What if I told you that there was a denomination of fundamentalist Christians whose military chaplains are actively working to undermine military chapels – while being paid at taxpayer expense? That this denomination’s scheme is to use the military as a “mission field” to be “harvested” for new converts to their denomination by luring military members and their families away from military chapels to the churches that they’re “planting” near military bases? That once these military members and their families are converted they will be expected to carry this denomination’s beliefs and mission to their future duty stations, where more churches will be “planted” and more service members converted, thus “multiplying” this denomination’s hold on the military?
The denomination is the Southern Baptist Convention, and the above has been their plan and modus operandi for years. Now, a new doctoral dissertation written by a very recently retired U.S. Army chaplain, who in fact was working on his doctoral plan to subvert military chapels while still on active duty, has laid out the plan in stark detail.
The dissertation, titled “The United States Military: A Field for Great Commission Fulfillment,” was written by William C. Harrison, a Southern Baptist Army chaplain for 27 years, who just received his doctorate in “missiology,” defined in the dictionary as “the study of religious (typically Christian) missions and their methods and purposes,” from Midwestern Baptist Theological Seminary.
There is nothing particularly new in Harrison’s dissertation, as we at the Military Religious Freedom Foundation (MRFF) well know. We have seen the workings of the Southern Baptists in our military. In fact, in the majority of complaints we’ve received the culprit has turned out to be Southern Baptist, whether a chaplain, an organization, or a commander.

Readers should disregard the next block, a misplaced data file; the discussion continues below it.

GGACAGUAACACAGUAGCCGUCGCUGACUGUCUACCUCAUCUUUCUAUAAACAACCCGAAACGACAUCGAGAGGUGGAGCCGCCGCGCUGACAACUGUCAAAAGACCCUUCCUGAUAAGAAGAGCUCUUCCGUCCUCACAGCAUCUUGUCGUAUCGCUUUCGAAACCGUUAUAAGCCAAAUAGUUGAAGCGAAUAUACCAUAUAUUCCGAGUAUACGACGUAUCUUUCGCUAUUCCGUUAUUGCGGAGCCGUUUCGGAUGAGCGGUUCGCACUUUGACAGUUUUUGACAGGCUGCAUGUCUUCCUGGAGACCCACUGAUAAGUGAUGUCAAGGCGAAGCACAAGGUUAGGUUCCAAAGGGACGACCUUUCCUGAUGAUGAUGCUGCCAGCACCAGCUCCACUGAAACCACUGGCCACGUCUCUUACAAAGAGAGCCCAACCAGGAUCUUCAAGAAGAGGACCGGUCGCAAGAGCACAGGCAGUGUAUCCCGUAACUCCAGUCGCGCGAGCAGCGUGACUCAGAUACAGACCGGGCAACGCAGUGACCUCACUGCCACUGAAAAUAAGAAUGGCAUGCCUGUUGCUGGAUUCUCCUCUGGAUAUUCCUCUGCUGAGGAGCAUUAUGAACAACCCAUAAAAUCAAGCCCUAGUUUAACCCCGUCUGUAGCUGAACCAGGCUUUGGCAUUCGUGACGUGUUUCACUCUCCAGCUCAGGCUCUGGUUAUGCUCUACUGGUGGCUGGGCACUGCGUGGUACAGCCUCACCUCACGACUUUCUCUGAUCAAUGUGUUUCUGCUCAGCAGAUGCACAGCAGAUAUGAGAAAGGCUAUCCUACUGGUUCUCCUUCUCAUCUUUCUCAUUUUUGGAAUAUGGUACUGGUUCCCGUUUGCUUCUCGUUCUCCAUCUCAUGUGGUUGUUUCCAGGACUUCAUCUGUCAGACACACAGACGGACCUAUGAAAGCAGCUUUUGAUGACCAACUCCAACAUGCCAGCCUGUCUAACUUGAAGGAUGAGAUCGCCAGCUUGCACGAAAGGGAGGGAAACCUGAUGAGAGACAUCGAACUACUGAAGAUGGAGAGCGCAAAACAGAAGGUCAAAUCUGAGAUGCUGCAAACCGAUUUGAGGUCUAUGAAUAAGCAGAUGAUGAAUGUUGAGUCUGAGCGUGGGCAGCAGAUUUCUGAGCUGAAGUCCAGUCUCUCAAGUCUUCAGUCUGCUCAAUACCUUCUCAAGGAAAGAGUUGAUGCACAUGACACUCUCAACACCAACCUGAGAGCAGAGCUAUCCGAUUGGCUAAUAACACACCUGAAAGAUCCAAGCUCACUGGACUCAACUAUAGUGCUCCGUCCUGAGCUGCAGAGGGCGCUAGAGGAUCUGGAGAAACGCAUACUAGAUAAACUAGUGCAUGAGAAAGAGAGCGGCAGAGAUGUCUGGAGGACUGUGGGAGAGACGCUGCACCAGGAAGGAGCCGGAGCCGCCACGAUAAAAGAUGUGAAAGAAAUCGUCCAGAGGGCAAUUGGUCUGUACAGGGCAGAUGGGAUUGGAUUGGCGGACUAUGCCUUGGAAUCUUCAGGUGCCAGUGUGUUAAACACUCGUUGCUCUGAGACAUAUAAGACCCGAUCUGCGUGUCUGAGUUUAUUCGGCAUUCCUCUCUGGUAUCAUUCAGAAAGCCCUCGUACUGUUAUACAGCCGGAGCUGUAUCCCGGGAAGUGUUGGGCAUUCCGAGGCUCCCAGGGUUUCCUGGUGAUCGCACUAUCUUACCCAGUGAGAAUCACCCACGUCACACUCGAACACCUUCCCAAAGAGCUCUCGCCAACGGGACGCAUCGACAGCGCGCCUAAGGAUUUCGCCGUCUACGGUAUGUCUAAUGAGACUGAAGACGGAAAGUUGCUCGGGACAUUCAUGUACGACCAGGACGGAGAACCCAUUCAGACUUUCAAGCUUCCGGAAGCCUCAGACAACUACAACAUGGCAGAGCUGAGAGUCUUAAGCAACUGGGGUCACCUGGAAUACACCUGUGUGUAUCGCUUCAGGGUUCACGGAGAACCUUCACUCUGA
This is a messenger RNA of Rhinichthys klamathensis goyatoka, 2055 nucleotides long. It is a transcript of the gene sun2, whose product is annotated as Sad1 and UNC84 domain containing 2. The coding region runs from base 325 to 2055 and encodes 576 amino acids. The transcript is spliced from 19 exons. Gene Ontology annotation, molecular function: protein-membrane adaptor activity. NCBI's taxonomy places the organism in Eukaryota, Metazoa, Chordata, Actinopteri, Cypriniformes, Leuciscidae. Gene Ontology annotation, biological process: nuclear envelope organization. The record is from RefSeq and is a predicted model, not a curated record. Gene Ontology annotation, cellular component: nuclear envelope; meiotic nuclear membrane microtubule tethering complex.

Southern Baptist chaplains, such as the one at 1:18 in the following video, proudly proclaim that they see themselves as “government-paid missionaries,” exploiting the military as a mission field to fulfill the Great Commission of Matthew 28, to “go and make disciples of all nations.”
William Harrison, while still an army chaplain (The appearance of U.S. Department of Defense (DoD) visual information does not imply or constitute DoD endorsement.)
As William C. Harrison writes in his dissertation:
“Evangelism and discipleship opportunities within the military community directly represent the full spectrum of Great Commission work. American military installations exist all across the nation and in various places across the globe. By establishing churches outside the gates of these areas, the church is actively taking the gospel to the nations. Service members and their families are not only a field for the harvest (in need of baptizing and teaching), but Christian discipleship among this population can ignite new sparks in global, gospel proclamation. These men and women and their children will move to new places every few years with a potential of taking the good news of Christ with them everywhere they go.”
“Active-duty, Army chaplains are woven into the fabric of the military culture and have direct access to soldiers and their families; therefore, this strategic position for gospel ministry should be fully leveraged by the SBC (and its local churches) through intentional education, training, and other support to disciple America’s military families.”
Southern Baptists make up about 28% of the military chaplaincy, although less than 1% of the military population identify themselves as Southern Baptists. But even this disproportionately high number of Southern Baptist chaplains isn’t enough for them. As William C. Harrison writes in his dissertation, they want to “flood” the chaplaincy with even more of their numbers to combat the “non-Christian” chaplains (which to them includes the many Christian chaplains who aren’t their kind of Christians):
“Although the church cannot remedy the non-Christian chaplains that are confusing the masses within the military, it can seek to flood the chaplaincy with highly trained, God-called ministers of the gospel who are culturally engaged within the organization.”
Before going any further into William C. Harrison’s dissertation, a little bit about this former chaplain. His Facebook posts say a lot. He links to The Charlie Kirk Show, a video of a member of Trump’s legal team at Trump’s impeachment hearing diverting attention from the charges against Trump to Hunter Biden, an article by Newt Gingrich titled “Why I will not accept Joe Biden as president,” and a Steve Bannon video on the 2020 election. He retired from the Army in December 2021, having already started working on his doctorate in August 2021 at Midwestern Baptist Theological Seminary, a school whose mission is “biblically educating God-called men and women to be and to make disciples of Jesus Christ throughout the world.” He completed his doctorate in May 2022. Yes, that’s right, he completed his doctorate, including writing his dissertation, in an astonishingly fast ten months!